In the event series World Science Café, fled and threatened scientists offer insights into their research
Since the winter term of 2016/17, the ZAK, in cooperation with the International Scholars & Welcome Office (IScO) has been hosting a new series of events during which refugees report about their scientific work. In line with the title-giving café concept, a brief outline will be followed by a discussion about the state of academia in the speakers’ country of origin, in dialogue with a partner who is familiar with the situation in the respective country. What are the consequences a society faces when scientists are unable to continue research in their own country? How can threatened scientists be enabled to continue their work in Germany? How do they enrich and amplify the academic world and German society?
The Philipp Schwartz Initiative was launched by the Alexander von Humboldt Foundation together with the German Federal Foreign Office. It enables universities, universities of applied science, and independent research institutions to grant threatened researchers fellowships for research stays in Germany. The initiative has been made possible through generous support from the Federal Foreign Office, the Alfried Krupp von Bohlen und Halbach Foundation, the Andrew W. Mellon Foundation, the Fritz Thyssen Foundation, the Gerda Henkel Foundation, the Klaus Tschira Foundation, the Robert Bosch Stiftung, the Stifterverband, and the Stiftung Mercator.
Programme in Winter Semester 2019/2020
Migration & Human Trafficking in the Global South: Cameroon to the Arab Gulf States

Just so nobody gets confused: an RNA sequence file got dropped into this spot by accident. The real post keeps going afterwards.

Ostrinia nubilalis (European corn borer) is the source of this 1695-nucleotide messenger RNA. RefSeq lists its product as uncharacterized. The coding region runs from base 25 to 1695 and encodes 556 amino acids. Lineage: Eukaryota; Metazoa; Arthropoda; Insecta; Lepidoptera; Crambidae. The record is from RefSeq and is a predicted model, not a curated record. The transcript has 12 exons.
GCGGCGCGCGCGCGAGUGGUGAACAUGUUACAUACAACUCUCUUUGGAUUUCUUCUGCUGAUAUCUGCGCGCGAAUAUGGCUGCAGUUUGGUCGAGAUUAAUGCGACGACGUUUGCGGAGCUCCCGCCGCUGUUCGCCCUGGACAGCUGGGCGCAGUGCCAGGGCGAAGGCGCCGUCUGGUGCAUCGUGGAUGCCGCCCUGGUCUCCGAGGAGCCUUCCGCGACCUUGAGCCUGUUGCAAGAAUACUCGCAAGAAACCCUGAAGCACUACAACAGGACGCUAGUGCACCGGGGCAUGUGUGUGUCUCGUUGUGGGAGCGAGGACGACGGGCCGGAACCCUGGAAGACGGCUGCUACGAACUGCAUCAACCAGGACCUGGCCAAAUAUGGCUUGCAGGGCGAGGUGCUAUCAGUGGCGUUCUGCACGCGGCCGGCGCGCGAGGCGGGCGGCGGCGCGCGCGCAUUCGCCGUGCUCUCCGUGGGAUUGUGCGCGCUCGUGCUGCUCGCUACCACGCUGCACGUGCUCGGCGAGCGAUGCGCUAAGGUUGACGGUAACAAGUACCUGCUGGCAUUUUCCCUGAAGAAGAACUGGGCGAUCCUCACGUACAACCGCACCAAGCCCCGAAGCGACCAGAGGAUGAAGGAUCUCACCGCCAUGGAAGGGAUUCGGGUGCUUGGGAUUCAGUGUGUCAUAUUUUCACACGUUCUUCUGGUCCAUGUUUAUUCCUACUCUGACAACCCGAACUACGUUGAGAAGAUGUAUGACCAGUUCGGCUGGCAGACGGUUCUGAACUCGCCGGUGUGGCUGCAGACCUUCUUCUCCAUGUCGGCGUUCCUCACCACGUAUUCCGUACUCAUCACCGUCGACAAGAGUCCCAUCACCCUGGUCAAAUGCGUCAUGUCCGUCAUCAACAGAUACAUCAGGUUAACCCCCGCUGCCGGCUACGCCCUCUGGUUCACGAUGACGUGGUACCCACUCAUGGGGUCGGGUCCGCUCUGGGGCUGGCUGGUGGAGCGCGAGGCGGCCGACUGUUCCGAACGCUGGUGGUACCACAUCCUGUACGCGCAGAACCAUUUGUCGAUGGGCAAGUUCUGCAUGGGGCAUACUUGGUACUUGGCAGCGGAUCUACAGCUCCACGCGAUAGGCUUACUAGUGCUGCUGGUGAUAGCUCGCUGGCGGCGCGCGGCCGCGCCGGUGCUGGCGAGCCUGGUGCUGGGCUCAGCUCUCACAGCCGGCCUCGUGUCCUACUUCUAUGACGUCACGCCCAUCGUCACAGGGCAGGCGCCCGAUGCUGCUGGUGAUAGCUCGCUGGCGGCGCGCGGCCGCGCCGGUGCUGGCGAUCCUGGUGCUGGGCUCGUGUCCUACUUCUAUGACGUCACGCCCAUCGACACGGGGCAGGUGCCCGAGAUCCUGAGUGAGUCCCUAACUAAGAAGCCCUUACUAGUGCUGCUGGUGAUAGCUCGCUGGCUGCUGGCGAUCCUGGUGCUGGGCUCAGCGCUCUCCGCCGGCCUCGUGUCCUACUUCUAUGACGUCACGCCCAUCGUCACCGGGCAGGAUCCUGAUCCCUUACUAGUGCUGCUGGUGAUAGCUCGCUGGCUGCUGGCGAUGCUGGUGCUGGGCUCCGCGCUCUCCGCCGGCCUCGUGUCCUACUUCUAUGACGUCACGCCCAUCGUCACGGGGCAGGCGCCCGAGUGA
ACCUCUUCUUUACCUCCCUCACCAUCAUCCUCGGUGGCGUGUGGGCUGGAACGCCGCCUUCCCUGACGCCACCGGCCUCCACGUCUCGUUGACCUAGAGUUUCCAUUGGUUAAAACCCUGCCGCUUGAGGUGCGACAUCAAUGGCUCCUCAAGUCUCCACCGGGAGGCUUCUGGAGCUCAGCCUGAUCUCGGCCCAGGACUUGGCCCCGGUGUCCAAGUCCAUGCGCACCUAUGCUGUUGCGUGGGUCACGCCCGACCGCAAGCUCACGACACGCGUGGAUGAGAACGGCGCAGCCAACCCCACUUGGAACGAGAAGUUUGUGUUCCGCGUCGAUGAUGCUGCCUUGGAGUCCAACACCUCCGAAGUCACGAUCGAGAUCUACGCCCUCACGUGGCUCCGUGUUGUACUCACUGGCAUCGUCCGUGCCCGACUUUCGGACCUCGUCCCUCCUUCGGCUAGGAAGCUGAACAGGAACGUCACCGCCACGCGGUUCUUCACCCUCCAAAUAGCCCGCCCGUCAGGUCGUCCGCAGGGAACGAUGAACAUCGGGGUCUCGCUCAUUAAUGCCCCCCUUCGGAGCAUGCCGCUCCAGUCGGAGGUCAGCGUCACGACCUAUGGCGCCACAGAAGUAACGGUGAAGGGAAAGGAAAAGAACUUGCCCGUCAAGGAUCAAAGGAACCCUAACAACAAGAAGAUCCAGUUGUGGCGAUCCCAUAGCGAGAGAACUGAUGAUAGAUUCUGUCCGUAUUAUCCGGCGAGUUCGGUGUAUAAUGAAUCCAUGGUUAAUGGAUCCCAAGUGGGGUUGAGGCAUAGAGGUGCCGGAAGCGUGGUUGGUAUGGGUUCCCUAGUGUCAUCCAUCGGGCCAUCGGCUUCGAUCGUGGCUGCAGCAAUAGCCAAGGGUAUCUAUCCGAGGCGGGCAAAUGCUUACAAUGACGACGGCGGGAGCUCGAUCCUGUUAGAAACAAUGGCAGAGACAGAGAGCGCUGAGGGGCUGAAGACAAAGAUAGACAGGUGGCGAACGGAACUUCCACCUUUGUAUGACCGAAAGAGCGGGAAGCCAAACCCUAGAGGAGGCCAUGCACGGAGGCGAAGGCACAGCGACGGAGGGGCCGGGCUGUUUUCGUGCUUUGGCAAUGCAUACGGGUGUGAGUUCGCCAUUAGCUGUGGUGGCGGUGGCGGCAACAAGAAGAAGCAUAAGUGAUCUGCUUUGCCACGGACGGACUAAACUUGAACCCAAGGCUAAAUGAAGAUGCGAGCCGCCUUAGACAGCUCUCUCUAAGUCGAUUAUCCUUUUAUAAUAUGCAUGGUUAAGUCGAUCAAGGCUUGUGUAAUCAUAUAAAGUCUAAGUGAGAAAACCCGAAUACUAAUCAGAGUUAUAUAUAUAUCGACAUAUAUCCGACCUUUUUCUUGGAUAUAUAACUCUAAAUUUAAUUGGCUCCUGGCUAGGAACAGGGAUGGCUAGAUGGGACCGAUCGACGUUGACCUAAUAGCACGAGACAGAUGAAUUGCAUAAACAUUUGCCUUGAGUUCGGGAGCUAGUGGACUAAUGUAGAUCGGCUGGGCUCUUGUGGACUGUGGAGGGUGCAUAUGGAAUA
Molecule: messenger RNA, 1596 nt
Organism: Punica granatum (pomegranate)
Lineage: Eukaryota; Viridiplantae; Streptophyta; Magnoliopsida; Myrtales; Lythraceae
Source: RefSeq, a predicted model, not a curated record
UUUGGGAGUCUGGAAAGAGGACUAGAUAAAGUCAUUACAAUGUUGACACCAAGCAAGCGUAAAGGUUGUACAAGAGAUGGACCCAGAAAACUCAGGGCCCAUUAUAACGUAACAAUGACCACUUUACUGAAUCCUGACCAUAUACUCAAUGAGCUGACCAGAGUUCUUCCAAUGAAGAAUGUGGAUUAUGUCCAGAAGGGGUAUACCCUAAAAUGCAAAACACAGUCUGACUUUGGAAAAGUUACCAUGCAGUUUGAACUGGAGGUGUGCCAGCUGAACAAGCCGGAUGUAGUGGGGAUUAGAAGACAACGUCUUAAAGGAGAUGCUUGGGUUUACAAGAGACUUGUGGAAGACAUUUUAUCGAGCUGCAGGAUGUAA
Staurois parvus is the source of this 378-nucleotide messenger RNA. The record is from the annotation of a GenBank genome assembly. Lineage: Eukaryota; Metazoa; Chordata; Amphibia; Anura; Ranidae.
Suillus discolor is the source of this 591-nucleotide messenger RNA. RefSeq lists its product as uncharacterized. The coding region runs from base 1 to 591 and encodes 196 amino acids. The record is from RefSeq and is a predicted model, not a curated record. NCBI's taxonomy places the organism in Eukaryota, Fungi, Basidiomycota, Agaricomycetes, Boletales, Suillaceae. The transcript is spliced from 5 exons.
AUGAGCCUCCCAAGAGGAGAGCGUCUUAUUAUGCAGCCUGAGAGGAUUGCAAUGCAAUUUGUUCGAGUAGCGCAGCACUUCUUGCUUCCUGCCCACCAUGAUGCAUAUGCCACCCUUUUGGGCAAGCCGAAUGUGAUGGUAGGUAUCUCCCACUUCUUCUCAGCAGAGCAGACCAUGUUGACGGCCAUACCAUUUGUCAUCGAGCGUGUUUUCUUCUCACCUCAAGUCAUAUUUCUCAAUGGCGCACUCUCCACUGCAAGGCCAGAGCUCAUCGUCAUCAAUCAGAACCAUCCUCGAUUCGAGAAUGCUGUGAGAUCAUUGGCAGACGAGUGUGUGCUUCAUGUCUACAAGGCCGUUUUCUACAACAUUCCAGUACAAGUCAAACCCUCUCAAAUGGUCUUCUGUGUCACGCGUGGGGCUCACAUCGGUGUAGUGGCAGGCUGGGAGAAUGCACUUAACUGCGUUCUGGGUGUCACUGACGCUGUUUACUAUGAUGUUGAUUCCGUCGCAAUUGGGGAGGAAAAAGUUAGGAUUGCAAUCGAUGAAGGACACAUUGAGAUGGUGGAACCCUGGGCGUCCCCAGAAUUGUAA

Lecture of Dr. Jonathan Ngeh (in English)
Thursday, 13 February 2020, 6 p.m.
Foyer of the Presidential Building (Adolf Würth Building, bldg. 11.30), Engelbert-Arnold-Straße 2, KIT Campus South
Dr. Jonathan Ngeh
Dr. Jonathan Ngeh received his Master of Art and Science in 2004 in Health and Society at the University of Linköping, Sweden. In 2011 he received his PhD in Sociology at the University of Umea. After his research fellowships at the University of Cologne, Germany (February to April 2015), he lectured at the University of Bamenda, Cameroon (November 2016 to July 2019). Since August 2019 he is guest researcher at the Global South Studies Center at the University of Cologne. Dr. Jonathan Ngeh’s research interests are directed towards the understanding of the dynamics of social inequalities in a globalized world with a particular focus on migrants. He has worked on South-North migration, focusing on the integration of Somali and Cameroonian migrants in Sweden. Since 2014 Dr. Jonathan Ngeh is interesetd in South-South migration, inspired by his participation in the workshop „Migration within and to the Global South“ organized by the Global South Studies Center at the University of Cologne.
Film presentation “Science in Exile”„Four researchers, in flight from war. They dream of science in a time of peace”
Wednesday 5th December 2018 6 p.m. at the NTI-lecture hall, building 30.10 at KIT Campus South
© Nicole Leghissa/TWAS
The film „Science in Exile“ by Nicole Leghissa portrays researchers from Syria, Yemen and Iraq, who were forced to leave their homeland and to pursue their research in another country. The presentation took place in the context of the World Science Café series of lectures. The presentation was followed by a discussion with affected researchers. More information about the film is available on the website of the World Academy of Sciences.
This was the kickoff event for the workshop "Threatened Researchers - Science in Exile. Shared Responsibilities", which was held on Thursday, 6th December 2018 at 10.30 at KIT in cooperation with the International Scholars and Welcome Office (IScO) and the Humboldt Regional Group Karlsruhe-Pforzheim e. V. and the Alexander von Humboldt Foundation.
Fotos: Felix Grünschloss